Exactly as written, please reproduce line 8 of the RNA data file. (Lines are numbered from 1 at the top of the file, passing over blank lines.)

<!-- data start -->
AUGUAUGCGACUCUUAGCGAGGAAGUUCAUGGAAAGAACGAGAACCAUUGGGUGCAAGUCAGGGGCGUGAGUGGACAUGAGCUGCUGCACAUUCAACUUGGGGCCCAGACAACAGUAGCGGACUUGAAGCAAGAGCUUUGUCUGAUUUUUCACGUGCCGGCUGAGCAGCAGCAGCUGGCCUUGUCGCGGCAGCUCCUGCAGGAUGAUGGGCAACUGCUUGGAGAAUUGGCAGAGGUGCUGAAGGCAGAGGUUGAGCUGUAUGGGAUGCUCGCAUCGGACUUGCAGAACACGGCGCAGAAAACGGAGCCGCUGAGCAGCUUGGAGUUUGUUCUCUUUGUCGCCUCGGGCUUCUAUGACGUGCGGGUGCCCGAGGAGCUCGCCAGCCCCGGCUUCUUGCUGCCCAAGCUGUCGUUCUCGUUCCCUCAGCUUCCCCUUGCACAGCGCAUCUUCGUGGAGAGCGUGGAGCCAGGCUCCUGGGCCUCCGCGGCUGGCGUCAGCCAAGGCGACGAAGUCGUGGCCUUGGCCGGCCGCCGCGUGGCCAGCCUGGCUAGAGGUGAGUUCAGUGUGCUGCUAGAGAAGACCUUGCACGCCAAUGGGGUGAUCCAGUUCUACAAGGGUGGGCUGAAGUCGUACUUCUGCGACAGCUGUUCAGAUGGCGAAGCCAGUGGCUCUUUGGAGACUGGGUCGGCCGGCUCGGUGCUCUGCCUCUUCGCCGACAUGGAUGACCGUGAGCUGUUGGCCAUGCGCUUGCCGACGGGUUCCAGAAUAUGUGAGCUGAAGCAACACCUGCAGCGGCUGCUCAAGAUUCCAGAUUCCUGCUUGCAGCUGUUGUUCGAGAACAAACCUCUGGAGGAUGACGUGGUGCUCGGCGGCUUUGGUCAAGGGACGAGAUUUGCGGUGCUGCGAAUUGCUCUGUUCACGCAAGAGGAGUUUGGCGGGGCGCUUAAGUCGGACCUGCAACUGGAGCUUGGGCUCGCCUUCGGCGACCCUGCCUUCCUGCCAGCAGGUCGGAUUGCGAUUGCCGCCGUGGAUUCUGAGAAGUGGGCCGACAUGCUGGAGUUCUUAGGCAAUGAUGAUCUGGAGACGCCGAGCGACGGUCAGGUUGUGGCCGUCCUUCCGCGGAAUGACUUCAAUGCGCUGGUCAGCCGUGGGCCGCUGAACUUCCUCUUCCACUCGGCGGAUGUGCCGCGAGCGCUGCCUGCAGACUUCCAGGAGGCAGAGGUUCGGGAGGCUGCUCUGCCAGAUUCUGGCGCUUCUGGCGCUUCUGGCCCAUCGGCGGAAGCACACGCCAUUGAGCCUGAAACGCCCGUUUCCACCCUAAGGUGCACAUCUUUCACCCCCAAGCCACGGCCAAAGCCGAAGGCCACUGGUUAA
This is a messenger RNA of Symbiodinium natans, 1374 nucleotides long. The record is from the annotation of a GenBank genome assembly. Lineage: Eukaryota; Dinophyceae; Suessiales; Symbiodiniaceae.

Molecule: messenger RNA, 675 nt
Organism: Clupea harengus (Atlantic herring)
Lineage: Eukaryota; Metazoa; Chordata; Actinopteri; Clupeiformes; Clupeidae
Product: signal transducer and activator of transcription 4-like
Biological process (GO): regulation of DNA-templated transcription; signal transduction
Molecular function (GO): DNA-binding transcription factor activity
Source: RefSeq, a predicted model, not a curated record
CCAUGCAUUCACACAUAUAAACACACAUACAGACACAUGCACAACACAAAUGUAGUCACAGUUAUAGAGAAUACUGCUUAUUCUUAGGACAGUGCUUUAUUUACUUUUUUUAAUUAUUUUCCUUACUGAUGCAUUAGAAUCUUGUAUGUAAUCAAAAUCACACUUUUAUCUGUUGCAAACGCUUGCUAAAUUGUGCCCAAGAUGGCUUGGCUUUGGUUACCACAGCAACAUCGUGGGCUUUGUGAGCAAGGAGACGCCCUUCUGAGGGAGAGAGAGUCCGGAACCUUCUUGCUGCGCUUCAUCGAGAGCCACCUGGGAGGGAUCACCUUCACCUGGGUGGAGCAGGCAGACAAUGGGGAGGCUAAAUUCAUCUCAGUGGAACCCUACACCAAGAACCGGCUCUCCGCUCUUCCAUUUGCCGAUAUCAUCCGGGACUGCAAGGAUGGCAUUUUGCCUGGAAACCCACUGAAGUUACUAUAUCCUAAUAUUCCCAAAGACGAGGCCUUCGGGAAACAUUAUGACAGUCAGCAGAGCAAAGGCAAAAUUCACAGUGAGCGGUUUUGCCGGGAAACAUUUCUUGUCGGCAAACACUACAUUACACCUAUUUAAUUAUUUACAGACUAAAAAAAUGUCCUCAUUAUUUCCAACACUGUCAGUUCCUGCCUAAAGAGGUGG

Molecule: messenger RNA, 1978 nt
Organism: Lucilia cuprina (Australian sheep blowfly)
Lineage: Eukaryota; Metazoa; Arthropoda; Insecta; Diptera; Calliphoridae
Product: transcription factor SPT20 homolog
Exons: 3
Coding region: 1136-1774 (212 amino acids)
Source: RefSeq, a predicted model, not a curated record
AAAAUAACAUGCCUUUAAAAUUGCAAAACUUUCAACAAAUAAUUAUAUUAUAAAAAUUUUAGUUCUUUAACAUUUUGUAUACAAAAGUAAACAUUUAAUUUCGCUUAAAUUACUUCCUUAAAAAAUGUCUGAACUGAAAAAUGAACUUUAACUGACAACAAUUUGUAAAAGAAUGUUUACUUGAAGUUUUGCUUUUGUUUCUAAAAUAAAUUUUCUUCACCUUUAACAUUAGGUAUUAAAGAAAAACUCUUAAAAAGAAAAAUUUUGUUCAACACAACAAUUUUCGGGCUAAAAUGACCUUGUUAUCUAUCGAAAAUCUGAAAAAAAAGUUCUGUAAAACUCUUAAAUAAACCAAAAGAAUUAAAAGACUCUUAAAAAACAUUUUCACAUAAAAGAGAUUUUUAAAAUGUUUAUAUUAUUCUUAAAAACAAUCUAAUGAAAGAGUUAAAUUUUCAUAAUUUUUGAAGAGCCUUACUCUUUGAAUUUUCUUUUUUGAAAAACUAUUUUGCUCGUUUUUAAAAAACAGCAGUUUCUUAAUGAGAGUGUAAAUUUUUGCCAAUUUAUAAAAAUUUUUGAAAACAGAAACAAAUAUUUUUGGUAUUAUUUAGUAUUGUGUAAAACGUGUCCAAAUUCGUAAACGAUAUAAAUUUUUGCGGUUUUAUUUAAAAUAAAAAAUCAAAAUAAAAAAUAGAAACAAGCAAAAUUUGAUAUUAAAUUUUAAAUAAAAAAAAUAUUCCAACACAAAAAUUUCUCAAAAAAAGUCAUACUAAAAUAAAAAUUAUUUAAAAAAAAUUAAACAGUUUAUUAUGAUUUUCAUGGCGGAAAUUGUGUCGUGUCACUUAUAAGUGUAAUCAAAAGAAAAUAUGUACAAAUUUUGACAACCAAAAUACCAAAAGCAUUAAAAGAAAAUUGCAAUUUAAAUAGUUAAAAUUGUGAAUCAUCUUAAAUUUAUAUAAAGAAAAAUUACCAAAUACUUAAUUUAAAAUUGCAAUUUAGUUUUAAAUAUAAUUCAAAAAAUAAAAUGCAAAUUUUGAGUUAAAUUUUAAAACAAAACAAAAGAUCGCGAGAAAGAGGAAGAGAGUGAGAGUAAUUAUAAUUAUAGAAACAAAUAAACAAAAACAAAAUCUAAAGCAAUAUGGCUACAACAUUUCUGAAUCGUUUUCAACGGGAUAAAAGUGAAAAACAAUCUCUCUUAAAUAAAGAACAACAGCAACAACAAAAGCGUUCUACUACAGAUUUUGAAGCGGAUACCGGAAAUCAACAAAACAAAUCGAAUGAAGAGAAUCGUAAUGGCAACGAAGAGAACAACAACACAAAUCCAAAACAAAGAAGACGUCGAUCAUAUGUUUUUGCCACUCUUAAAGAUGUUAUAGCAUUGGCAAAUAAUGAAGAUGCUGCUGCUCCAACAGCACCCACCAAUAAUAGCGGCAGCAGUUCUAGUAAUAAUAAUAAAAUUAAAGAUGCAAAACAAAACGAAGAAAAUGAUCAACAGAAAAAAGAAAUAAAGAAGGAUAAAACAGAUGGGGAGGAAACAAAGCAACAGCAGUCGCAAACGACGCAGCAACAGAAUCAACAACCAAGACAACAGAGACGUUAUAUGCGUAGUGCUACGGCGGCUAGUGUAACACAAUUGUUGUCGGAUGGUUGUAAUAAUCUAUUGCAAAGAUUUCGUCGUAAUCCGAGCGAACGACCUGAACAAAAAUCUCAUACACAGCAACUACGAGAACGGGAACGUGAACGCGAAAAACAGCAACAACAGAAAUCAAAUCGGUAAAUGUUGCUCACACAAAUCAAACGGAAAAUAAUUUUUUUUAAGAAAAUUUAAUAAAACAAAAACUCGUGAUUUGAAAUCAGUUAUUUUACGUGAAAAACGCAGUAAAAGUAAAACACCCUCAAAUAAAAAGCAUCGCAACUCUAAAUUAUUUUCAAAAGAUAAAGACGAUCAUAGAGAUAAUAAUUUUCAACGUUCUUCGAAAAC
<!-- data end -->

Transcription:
Molecular function (GO): DNA-binding transcription factor activity